For the first time in a few years, Braswell lacks a real deep bench. In the past, he was never afraid to go up to 11 deep with his team as the Matadors play an aggressive style of defense and high-paced offense.

Junior Joseph Frazier led the Matadors in steals at 2.2 per game and is a spark of energy every time he hits the court. Frazier has the ability to play the point guard position but his natural position is shooting guard. Braswell will have to look to some of his freshmen to provide minutes off the bench such as Austin Waggener and Robert Locke, both local players from the Los Angeles area.

In an off-season that saw nearly the entire assistant coaching staff leaving and an investigation by the NCAA regarding former guard John Clark, the Matadors will just be happy to hit the floor on November 21 when they take on Menlo College. Yes, Menlo College.

6. Idaho Vandals 13-15, (Big West 9-9, 5th)

G – Tanoris Shepard (Jr., 12.7 ppg, 2.9 rpg)
G – Dwayne Williams (Sr., 10.4 ppg, 3.0 rpg)
F – Tyrone Hayes (Sr. 13.1 ppg, 6.6 rpg)
F – Rashaad Powell (Sr., 5.8 ppg, 4.8 rpg)
C – Jon Tinnon (Sr., 8.0 ppg, 4.6 rpg)

Yes, Idaho is still in the Big West Conference

Often forgotten about because it is one of the two teams in the Big West not in the state of California, the Vandals could be participating in what might be their last season in the Big West. Idaho and Utah State are scheduled to move to the Sun Belt conference in time for the 2004-05 season.

Head coach Leonard Perry has quietly turned around a sub-par program into a team that could possibly do some damage in conference play. The Vandals have five seniors including Tyrone Harris, the team’s leading scorer and rebounder from last year. He was selected to the All-Big West second team for his all around play, averaging 13.1 points and 6.6 rebounds per game.

While a bit undersized, the Vandals should have no problem putting up points this season if everyone remains healthy.

Prior to going down with a season-ending knee injury, guard Tanoris Shepard was averaging 12.7 points in seven games. All accounts so far is that he is nearly at 100 percent physically. With point guard Justin Logan gone, Shepard should see a majority of time handling the rock. Also returning in the backcourt is Dwayne Williams, a shooting guard who didn’t see a three pointer he didn’t like, jacking up 169 attempts from beyond the arc.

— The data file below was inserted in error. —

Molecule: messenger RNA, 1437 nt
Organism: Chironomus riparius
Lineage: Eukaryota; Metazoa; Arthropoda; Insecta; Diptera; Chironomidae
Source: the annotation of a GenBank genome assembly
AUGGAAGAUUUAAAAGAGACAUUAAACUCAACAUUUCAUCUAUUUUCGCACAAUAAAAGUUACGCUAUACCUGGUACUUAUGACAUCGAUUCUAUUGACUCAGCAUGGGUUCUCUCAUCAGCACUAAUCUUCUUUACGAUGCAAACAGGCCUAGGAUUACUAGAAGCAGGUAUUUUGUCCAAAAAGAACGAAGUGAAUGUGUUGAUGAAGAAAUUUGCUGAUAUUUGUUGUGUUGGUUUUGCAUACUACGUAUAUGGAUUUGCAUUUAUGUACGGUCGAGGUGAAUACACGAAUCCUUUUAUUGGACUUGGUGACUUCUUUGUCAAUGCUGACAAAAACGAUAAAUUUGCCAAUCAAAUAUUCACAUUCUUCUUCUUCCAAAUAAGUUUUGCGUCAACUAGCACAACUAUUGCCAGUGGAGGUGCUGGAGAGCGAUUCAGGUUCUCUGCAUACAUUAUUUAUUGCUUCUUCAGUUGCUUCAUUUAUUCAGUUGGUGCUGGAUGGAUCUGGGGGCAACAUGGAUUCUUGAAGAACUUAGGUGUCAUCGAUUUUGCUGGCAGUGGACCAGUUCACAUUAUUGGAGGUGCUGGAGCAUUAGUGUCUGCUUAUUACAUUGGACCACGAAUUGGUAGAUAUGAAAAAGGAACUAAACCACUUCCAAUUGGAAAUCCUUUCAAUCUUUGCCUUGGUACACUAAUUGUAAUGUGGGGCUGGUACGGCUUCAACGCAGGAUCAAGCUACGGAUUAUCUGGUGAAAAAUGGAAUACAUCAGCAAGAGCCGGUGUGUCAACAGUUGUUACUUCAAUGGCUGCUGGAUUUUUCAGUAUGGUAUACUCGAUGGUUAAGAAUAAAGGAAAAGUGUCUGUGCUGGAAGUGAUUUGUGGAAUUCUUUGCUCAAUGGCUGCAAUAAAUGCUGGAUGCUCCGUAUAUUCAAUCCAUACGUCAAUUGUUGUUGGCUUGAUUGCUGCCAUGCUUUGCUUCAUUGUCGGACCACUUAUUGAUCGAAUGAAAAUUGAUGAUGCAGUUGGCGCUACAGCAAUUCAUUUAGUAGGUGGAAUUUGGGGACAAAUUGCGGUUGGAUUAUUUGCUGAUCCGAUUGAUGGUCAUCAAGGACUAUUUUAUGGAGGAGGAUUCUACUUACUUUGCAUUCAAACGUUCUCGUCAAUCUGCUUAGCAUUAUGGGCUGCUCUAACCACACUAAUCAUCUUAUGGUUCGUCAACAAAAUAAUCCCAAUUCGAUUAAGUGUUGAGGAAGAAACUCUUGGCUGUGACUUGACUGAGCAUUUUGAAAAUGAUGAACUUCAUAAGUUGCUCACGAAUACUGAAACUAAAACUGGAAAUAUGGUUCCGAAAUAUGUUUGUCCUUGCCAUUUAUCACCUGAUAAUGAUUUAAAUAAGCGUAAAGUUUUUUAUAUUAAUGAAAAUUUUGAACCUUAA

With Jack May transferring, Jon Tinnon is left as the lone proven player of any height. The senior Tinnon averaged 8.0 points and 4.6 rebounds last season. Sophomore center David Radlovic some limited playing time last season and is steadily improving his game.

After last’s year success, Perry feels that his team won’t be able to surprise people like last season.

“Will we sneak up on teams this year? No, I don’t think so,” Perry said. “Hopefully when the pre-season polls come out, the players will take some pride in themselves.”

Perry did a great job of recruiting, landing Zack Proett and Armend Kahrimanovic. Proett is expected to redshirt this season after going through knee surgery in the spring. Idaho is facing probably their toughest schedule in the past 10 years. With contests against mid-major powerhouse Gonzaga, Washington State and possibly South Carolina in the Guardians Classic tournament, the Vandals will be put to the test well before conference play.

7. Cal State Fullerton Titans 10-19, Big West 8-10, 6th )

G – Zakee Smith (Sr., 4.2 ppg, 4.7 apg)
G – Derick Andrew (Sr., 9.6 ppg, 2.2 apg)
F – Anthony Bolton (Sr., 10.8 ppg, 4.1 rpg)
F – Babacar Camara (Sr., 0.4 ppg, 0.6 rpg)
C – Pape Sow (Sr., 13.8 ppg, 8.8 rpg)

Welcome to the Cal State Fullerton family, Bob Burton.

You take the position as the new Titans coach on June 6 with hopes of possibly being the “sleeper” team of the conference only to find out that your star all-conference player, Ralphy Holmes, was charged with felony auto theft and a misdemeanor hit-and-run 10 days later. Holmes pleaded guilty October 7 and was sentenced to 60 days in jail and was suspended for the entire 2003-04 season.

Without Holmes, reality of Fullerton basketball has settled back in and a finish in the bottom half of the conference is expected.

There is still one player the conference worth fearing and that’s in the form of 6-10 senior center Pape Sow. After battling his own legal issues last season, Sow finished the season strong before getting injured in the Titan’s first round conference tournament match up against Utah State. In just 18 games last season, Sow averaged 13.8 points and 8.8 rebounds.

Rounding out the starting five are three returning starters in Zakee Smith, Derick Andrew and Anthony Bolton. The 6-7 swingman Bolton made drastic improvement in the second half of the season to average 10.8 points per game and scored a combined 49 points in his final two games.

Smith, a senior point guard from Philadelphia led the Big West in assists with 4.7 per game but struggled with his shooting skills. He shot a Shaquille O’Neal like .443 from the free throw line and .315 from the field.

Burton’s coaching experience has already made an immediate impact as a recruiting tool. Jermaine Harper, a transfer guard from the University of Virginia will redshirt this year. He averaged 5.8 points as a freshman and 3.9 points as a sophomore. Ceylon Taylor, the sixth ranked point guard on the west coast from San Jose, CA, verbally committed to the Titans for the 2004-05 season. And if it weren’t for the Admissions and Records office at Cal State Fullerton, the Titans would have landed the number one power forward JuCo recruit in Chris Adams. From City College of San Francisco, the 6-10 Adams was denied late admission into the school by Jim Blackburn, director of Admissions and Records.